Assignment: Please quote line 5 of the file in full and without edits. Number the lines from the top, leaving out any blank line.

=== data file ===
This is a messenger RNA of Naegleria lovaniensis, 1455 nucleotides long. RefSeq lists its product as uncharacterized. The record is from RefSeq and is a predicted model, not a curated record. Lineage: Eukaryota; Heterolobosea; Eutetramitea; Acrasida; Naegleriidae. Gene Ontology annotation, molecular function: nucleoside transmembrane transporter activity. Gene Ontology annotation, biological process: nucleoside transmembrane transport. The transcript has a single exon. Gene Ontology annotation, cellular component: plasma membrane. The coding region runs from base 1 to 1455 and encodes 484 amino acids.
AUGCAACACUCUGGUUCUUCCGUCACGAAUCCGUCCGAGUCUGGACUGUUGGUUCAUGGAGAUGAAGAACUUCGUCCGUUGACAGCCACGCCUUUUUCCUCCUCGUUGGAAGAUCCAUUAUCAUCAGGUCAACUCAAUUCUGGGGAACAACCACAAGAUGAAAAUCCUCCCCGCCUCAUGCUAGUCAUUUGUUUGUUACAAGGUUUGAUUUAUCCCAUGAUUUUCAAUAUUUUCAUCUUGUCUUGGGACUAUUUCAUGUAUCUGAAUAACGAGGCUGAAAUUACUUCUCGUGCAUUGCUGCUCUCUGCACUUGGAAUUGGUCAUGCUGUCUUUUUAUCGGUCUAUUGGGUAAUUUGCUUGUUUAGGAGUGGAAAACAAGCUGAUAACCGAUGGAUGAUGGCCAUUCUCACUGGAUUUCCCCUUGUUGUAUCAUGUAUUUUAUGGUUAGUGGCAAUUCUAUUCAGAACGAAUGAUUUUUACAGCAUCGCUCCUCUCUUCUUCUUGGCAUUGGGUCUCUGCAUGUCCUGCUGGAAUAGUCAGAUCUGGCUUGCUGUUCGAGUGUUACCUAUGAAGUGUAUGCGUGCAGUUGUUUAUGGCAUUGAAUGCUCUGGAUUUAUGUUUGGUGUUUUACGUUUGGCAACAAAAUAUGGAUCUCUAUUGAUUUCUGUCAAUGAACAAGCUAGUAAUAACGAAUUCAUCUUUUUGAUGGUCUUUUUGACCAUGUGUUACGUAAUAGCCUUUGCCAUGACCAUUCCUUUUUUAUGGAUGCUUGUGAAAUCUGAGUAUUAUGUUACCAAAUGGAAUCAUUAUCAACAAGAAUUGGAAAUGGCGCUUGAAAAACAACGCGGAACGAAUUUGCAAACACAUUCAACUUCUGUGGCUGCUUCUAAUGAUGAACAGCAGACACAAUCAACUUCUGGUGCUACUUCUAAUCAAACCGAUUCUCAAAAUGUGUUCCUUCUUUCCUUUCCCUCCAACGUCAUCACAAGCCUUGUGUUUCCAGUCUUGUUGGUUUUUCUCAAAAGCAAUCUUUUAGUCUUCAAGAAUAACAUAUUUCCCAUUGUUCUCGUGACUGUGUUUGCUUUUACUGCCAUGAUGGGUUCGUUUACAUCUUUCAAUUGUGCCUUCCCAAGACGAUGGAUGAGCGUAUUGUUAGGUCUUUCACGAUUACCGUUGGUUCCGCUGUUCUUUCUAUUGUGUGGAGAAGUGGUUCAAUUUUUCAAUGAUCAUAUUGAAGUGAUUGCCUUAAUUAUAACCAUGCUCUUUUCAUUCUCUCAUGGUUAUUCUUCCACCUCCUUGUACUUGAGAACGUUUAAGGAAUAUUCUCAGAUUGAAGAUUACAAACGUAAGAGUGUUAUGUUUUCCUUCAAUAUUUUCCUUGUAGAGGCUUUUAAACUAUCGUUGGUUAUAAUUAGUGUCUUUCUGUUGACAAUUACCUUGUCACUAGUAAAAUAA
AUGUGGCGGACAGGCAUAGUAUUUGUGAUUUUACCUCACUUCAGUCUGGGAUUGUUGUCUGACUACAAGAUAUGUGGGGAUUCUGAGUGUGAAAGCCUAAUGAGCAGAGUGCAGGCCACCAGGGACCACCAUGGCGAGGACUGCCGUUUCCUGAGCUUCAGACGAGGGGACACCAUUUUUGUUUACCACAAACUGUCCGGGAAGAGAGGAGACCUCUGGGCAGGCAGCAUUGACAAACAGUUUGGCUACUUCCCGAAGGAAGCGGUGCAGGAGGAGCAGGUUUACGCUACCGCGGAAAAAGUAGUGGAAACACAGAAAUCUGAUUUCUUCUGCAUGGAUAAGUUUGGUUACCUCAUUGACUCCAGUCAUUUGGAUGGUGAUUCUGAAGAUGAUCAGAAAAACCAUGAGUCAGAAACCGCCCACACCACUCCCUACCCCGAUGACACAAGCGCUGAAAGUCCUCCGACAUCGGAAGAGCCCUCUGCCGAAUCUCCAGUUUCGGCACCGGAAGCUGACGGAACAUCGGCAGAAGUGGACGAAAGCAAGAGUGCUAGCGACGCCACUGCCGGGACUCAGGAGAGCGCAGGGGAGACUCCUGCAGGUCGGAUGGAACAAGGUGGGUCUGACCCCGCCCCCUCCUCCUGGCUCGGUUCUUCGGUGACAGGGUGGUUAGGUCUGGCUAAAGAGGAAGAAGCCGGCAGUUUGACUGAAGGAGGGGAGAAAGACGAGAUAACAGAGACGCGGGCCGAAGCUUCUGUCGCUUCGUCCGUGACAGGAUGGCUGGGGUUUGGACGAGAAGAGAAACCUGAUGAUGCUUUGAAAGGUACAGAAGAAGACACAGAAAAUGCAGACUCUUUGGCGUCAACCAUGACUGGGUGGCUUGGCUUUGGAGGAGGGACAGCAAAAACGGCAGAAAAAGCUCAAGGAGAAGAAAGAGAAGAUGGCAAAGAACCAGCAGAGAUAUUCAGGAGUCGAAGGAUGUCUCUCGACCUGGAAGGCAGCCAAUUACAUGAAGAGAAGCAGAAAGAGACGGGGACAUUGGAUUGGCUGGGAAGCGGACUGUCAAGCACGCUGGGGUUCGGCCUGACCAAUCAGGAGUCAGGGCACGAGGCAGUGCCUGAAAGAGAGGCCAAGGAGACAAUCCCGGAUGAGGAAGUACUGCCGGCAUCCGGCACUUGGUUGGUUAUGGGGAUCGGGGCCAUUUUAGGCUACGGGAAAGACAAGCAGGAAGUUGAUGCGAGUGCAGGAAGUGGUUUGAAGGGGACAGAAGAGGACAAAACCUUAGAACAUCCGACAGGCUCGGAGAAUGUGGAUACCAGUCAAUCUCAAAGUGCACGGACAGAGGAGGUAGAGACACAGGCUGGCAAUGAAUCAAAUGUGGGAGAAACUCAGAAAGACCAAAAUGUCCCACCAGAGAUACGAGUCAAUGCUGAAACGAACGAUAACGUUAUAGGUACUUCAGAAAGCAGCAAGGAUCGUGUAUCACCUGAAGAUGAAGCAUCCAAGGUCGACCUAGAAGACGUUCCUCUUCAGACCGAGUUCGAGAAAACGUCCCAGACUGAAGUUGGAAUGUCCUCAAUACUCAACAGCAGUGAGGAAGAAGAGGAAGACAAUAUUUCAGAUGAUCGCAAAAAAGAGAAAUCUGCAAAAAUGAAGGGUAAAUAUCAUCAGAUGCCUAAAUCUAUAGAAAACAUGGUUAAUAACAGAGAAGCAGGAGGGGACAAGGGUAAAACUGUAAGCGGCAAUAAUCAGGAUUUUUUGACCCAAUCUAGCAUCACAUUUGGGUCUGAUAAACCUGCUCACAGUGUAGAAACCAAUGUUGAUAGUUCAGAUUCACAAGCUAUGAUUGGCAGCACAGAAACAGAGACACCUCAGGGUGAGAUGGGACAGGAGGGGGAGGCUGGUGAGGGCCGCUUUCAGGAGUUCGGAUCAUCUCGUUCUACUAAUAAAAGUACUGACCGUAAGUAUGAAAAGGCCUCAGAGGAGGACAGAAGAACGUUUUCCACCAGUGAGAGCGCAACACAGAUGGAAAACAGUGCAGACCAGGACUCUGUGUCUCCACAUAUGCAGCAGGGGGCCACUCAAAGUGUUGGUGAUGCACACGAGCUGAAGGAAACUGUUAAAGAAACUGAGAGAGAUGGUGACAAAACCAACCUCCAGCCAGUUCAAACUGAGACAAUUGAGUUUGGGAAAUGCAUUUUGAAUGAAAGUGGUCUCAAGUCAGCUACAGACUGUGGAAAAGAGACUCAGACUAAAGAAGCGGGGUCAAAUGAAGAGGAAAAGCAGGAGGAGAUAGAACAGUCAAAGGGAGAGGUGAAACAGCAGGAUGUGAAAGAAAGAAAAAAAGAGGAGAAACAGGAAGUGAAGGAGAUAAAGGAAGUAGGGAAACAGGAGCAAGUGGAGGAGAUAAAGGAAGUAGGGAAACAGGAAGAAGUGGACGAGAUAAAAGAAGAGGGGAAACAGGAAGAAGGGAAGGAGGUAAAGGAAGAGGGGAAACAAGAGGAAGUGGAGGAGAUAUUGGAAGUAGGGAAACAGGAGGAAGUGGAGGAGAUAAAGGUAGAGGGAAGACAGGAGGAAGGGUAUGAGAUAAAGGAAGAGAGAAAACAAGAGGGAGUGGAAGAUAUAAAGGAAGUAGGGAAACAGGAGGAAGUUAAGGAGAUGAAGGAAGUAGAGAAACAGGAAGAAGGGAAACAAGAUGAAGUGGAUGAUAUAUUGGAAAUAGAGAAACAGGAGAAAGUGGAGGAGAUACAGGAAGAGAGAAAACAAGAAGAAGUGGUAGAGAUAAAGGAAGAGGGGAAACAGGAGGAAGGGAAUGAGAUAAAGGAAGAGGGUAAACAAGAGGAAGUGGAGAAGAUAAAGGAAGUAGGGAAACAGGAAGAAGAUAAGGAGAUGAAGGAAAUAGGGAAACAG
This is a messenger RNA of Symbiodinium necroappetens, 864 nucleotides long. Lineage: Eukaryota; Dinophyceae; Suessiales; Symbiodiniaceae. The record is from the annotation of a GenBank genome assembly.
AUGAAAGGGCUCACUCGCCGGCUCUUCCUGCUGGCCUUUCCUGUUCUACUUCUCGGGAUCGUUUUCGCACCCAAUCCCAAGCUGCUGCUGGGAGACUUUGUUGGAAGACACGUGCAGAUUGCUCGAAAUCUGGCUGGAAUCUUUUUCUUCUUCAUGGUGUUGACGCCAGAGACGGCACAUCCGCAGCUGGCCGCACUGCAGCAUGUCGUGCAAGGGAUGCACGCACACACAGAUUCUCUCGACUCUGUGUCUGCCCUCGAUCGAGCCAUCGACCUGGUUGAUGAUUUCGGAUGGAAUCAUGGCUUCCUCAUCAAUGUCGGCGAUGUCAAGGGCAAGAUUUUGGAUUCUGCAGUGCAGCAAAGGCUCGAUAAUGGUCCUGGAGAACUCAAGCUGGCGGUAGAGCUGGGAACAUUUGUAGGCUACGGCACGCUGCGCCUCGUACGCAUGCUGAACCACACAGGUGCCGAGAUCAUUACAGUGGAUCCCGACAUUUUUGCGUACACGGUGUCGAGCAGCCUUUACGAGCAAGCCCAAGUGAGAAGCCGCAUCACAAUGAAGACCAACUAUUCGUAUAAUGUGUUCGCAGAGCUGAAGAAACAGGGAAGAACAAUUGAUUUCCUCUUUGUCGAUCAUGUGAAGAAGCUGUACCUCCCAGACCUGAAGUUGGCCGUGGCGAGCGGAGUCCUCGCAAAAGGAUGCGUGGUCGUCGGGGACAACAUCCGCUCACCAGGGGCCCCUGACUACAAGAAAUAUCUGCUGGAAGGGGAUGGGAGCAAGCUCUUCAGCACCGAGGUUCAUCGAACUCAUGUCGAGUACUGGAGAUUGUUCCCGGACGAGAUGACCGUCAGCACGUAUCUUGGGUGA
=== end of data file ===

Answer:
AUGAAAGGGCUCACUCGCCGGCUCUUCCUGCUGGCCUUUCCUGUUCUACUUCUCGGGAUCGUUUUCGCACCCAAUCCCAAGCUGCUGCUGGGAGACUUUGUUGGAAGACACGUGCAGAUUGCUCGAAAUCUGGCUGGAAUCUUUUUCUUCUUCAUGGUGUUGACGCCAGAGACGGCACAUCCGCAGCUGGCCGCACUGCAGCAUGUCGUGCAAGGGAUGCACGCACACACAGAUUCUCUCGACUCUGUGUCUGCCCUCGAUCGAGCCAUCGACCUGGUUGAUGAUUUCGGAUGGAAUCAUGGCUUCCUCAUCAAUGUCGGCGAUGUCAAGGGCAAGAUUUUGGAUUCUGCAGUGCAGCAAAGGCUCGAUAAUGGUCCUGGAGAACUCAAGCUGGCGGUAGAGCUGGGAACAUUUGUAGGCUACGGCACGCUGCGCCUCGUACGCAUGCUGAACCACACAGGUGCCGAGAUCAUUACAGUGGAUCCCGACAUUUUUGCGUACACGGUGUCGAGCAGCCUUUACGAGCAAGCCCAAGUGAGAAGCCGCAUCACAAUGAAGACCAACUAUUCGUAUAAUGUGUUCGCAGAGCUGAAGAAACAGGGAAGAACAAUUGAUUUCCUCUUUGUCGAUCAUGUGAAGAAGCUGUACCUCCCAGACCUGAAGUUGGCCGUGGCGAGCGGAGUCCUCGCAAAAGGAUGCGUGGUCGUCGGGGACAACAUCCGCUCACCAGGGGCCCCUGACUACAAGAAAUAUCUGCUGGAAGGGGAUGGGAGCAAGCUCUUCAGCACCGAGGUUCAUCGAACUCAUGUCGAGUACUGGAGAUUGUUCCCGGACGAGAUGACCGUCAGCACGUAUCUUGGGUGA